that may sound absurd, but it’s far better than the conditions that most of this kind of ambitious, specialized, and demanding work gets made under, entirely due to Yiddish Summer Weimar having managed to wrangle german government funding for it. it’s a glimpse of another world to get to see a project develop over ten years, with money for skilled team leaders (i think most of the rank-and-file labor was still unpaid), ample workspace, tools and materials, and this gorgeous documentation. and it whets my appetite for working conditions for all of us that match the beauty, and the importance of the work we do.


there are a few things i have quibbles about, because that’s who i am. but i’ll only go into two of them, because the film comes soooo close even where i think it’s useful to nudzh.

first.

one of the talking-head scholars (thomas hubka, i think) describes how the double-curved synagogue ceiling is modeled, in its overall shape and its details (tooth- and stitch-pattern borders, rope and knot ornaments), on ottoman ceremonial tents like the ones captured at the siege of vienna and displayed by the polish court. but that’s long after an overall framing has declared – with no evidence offered – that the synagogue’s artistic style was “brought from germany” by jewish migrants to poland. which is just absolute crap.

these wooden synagogues were mainly in galicia and bukovina – now partitioned between southeastern poland, western ukraine, and northeastern romania. gvazdziets/gwoździec/hvizdets, whose synagogue was the subject of the recreation, is in bukovina, and its painters were from a little ways northwest into eastern galicia, near lembrik/lviv. and damn near every aspect of it is blatantly of that specific region or looks to the ottoman empire, which at the time began a few miles south of gvazdziets.

the carvings and painted animals are very much in the same style as the carved and painted gravestones found from galicia down through the ottoman-ruled balkans (i again have @shvlman to thank: i ‘d seen them in christian cemeteries from maramureș to southwestern serbia, but i hadn’t seen photos of the jewish versions from further north till she shared some). the octagonal, domed bima is blatantly modeled on an ottoman köşk (from which we get the word “kiosk”). the loops of rope/vine with flower ornaments are just like the ones painted on the walls of the orthodox monasteries of bukovina, and on the interior of those ottoman tents. an eerily similar combination of wooden tent-like architecture and luscious interior painting can be found in a church from the same period, in ieud, transylvania (then an ottoman vassal). iconographically, the two deer looking backwards are (as the film says) a common jewish poetic image for the divine – but they are that because of liturgical use of hebrew poems that adopted (starting in the andalusi golden age of hebrew poetry) the standard arabic (and then persian & turkish) poetic image of the gazelle/deer as a figure for the lost or vanished beloved. i could go on.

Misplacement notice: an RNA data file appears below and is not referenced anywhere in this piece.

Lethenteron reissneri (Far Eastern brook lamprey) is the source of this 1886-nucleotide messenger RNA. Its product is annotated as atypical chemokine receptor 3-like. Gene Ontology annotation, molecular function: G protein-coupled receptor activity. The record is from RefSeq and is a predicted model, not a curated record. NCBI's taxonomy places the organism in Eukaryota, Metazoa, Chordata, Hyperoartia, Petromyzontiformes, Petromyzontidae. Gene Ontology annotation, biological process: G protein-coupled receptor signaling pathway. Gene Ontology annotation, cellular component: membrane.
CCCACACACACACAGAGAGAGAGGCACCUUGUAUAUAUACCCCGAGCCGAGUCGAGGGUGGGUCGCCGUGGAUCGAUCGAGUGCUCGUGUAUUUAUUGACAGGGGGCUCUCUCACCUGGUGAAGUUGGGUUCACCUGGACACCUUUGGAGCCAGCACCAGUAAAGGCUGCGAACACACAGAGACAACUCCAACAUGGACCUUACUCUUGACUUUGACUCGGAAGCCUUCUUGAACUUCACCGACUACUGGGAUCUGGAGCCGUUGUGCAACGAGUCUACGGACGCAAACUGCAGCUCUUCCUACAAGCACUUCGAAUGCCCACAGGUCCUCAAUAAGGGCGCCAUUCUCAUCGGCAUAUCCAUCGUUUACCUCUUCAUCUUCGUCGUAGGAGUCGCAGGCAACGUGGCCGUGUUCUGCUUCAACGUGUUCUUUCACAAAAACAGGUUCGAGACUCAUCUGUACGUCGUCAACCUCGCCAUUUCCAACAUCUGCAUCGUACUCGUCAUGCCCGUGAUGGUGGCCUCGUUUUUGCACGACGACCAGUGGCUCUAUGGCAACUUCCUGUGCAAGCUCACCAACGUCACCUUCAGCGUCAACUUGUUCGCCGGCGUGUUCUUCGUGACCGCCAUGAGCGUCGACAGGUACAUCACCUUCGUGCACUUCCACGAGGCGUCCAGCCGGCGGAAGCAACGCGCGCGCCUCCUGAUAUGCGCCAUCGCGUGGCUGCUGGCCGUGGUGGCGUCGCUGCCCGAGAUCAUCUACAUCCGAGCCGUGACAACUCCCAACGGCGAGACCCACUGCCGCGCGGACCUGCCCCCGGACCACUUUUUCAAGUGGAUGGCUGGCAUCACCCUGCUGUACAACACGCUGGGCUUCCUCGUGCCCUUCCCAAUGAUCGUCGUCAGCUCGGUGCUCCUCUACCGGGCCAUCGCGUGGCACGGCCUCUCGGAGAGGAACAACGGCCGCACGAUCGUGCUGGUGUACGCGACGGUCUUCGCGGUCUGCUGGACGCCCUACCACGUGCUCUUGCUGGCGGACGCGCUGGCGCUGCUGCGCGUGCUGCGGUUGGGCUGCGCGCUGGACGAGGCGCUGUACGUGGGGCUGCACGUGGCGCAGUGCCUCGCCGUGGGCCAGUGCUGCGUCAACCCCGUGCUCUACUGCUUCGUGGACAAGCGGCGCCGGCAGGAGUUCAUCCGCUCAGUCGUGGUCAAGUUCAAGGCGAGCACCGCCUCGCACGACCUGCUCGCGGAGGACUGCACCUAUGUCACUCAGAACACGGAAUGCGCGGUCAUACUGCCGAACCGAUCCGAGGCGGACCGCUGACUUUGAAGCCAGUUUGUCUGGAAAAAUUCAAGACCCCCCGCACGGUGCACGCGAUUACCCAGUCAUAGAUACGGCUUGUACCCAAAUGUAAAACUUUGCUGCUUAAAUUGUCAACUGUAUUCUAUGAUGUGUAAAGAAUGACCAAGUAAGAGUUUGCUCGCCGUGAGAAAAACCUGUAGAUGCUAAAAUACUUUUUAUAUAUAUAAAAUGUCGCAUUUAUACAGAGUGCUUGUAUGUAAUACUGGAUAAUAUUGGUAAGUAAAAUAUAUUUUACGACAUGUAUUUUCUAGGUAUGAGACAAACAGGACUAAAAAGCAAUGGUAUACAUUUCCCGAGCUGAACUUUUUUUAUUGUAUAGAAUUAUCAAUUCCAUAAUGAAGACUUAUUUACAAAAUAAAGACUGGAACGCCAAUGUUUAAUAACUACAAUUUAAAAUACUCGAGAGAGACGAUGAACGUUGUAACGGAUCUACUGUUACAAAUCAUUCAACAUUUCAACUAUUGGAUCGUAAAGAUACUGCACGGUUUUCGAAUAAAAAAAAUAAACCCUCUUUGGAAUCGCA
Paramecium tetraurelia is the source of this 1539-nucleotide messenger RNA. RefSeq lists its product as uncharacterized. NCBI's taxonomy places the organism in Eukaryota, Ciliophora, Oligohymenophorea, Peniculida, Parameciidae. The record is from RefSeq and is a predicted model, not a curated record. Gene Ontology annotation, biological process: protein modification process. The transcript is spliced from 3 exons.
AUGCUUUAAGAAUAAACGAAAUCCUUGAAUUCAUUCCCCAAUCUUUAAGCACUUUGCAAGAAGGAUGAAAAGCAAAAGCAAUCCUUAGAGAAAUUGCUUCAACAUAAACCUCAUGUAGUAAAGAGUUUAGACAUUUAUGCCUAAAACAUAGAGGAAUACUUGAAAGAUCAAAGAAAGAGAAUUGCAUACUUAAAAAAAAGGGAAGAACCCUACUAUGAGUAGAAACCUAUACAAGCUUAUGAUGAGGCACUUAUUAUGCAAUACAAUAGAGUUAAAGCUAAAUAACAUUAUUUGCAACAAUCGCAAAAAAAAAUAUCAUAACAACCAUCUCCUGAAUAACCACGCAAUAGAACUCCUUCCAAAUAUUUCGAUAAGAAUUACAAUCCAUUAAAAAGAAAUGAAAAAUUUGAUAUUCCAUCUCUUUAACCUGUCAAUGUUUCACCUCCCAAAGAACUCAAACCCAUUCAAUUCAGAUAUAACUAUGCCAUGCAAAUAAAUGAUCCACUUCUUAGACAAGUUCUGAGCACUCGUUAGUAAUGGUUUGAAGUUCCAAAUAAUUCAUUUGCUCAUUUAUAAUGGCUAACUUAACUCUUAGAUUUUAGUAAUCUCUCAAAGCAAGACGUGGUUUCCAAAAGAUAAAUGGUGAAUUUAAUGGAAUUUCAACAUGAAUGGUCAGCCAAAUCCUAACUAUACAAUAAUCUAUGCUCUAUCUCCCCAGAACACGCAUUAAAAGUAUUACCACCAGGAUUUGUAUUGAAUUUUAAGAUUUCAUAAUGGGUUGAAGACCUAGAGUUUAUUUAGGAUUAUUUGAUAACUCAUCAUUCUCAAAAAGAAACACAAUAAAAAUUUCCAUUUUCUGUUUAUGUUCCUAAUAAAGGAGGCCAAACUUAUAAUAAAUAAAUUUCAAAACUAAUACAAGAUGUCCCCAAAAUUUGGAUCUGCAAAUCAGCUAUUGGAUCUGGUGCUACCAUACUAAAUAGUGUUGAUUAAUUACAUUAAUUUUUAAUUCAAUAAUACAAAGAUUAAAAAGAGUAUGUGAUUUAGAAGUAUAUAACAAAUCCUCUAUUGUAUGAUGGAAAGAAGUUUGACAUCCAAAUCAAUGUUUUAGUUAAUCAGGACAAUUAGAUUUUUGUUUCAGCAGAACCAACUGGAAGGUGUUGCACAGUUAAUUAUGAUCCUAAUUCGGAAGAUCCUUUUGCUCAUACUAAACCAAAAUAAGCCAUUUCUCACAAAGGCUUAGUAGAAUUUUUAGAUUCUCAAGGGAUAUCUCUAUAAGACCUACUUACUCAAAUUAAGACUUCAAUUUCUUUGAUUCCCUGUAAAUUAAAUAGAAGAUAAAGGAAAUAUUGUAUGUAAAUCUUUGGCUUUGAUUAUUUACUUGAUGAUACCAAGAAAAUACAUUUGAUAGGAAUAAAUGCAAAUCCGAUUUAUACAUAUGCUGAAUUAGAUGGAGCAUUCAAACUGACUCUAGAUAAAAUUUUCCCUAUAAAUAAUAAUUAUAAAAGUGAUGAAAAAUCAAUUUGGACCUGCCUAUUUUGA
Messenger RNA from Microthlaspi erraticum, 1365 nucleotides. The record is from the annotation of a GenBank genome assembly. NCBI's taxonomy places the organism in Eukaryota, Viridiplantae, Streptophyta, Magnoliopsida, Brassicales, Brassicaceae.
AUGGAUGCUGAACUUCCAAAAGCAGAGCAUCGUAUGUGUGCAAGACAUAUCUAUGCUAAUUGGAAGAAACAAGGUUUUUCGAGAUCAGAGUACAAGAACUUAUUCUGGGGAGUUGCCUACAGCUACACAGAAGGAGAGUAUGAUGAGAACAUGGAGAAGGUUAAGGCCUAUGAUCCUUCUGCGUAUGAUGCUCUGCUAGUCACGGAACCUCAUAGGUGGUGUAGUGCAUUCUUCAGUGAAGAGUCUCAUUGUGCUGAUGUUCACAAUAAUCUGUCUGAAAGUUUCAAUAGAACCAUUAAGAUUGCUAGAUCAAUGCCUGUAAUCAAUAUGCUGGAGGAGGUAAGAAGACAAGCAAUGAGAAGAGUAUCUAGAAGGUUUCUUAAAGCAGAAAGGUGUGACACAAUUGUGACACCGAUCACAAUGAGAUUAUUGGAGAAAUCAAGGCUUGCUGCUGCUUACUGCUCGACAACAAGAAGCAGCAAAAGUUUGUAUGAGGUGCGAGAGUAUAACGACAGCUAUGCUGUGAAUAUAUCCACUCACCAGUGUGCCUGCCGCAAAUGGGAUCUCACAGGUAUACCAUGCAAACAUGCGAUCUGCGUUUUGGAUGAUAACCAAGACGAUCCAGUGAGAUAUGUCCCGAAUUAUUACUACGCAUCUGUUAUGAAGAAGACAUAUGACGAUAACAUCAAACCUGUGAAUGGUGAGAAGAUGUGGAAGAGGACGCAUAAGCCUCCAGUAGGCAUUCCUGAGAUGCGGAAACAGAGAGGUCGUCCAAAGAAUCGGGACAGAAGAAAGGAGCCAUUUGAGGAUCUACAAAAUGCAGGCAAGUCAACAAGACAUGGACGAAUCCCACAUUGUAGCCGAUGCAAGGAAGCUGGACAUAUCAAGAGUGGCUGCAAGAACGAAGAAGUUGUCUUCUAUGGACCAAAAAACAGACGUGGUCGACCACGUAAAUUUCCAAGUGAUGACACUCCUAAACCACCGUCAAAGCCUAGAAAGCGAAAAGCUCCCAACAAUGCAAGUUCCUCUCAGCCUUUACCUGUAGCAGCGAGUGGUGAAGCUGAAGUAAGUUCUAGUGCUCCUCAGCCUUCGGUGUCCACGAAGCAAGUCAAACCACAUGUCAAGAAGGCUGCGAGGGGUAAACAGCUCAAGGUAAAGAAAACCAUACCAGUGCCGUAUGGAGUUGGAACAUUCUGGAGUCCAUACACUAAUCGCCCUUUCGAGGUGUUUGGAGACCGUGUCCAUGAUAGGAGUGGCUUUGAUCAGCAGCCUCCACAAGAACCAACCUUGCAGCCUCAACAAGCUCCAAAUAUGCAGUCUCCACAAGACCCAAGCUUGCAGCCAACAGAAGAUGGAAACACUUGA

i don’t think a single one of the things i just rattled off has a stylistic parallel in the german-speaking lands.

but beyond all that, there’s simply no reason that jewish artists from this region would look westward for stylistic inspiration in the 1600s. the ottoman empire was where you looked for ‘civilized’ culture in their part of the world: it was not only a political superpower at its height of its influence, but the acknowledged cultural heir to both christian byzantium and muslim baghdad. western europe was a backwater by comparison, and the thousand flyspeck would-be-states of the german-speaking zone were a joke at best. the fantasy that yiddish jewish culture is “western”, “european”, or “german” is just white supremacist nonsense, and always has been. we are a people that emerged along the borders of the ottoman empire, and within its cultural orbit – flourishing especially in the polish-lithuanian commonwealth, whose ruling class was so thoroughly ottoman-oriented that they created a whole origin myth (“sarmatianism”; look it up for a wild ride…) to out-Oriental the turks!

second.

there’s a totally unnecessary bit where a talking head (maybe hubka, maybe antony polonsky?) maybe brings in the idea that the biblical ban on “graven images” is a real thing. it’s not. it never has been.

as far back as there have been synagogues (which actually begin before rabbinism emerged, so before anything we would recognize as jewishness), they have had images of people, animals, and plants in them. as far back as we have jewish material culture of other kinds, it has included images of people, animals, and plants. graven, carved, painted, woven, you name it.

to imply that all this – to repeat: the entire history of jewish material culture – is somehow an exception in need of explanation is to completely misunderstand the traditional relationship text and practice in jewish life. and it’s done all the goddamn time.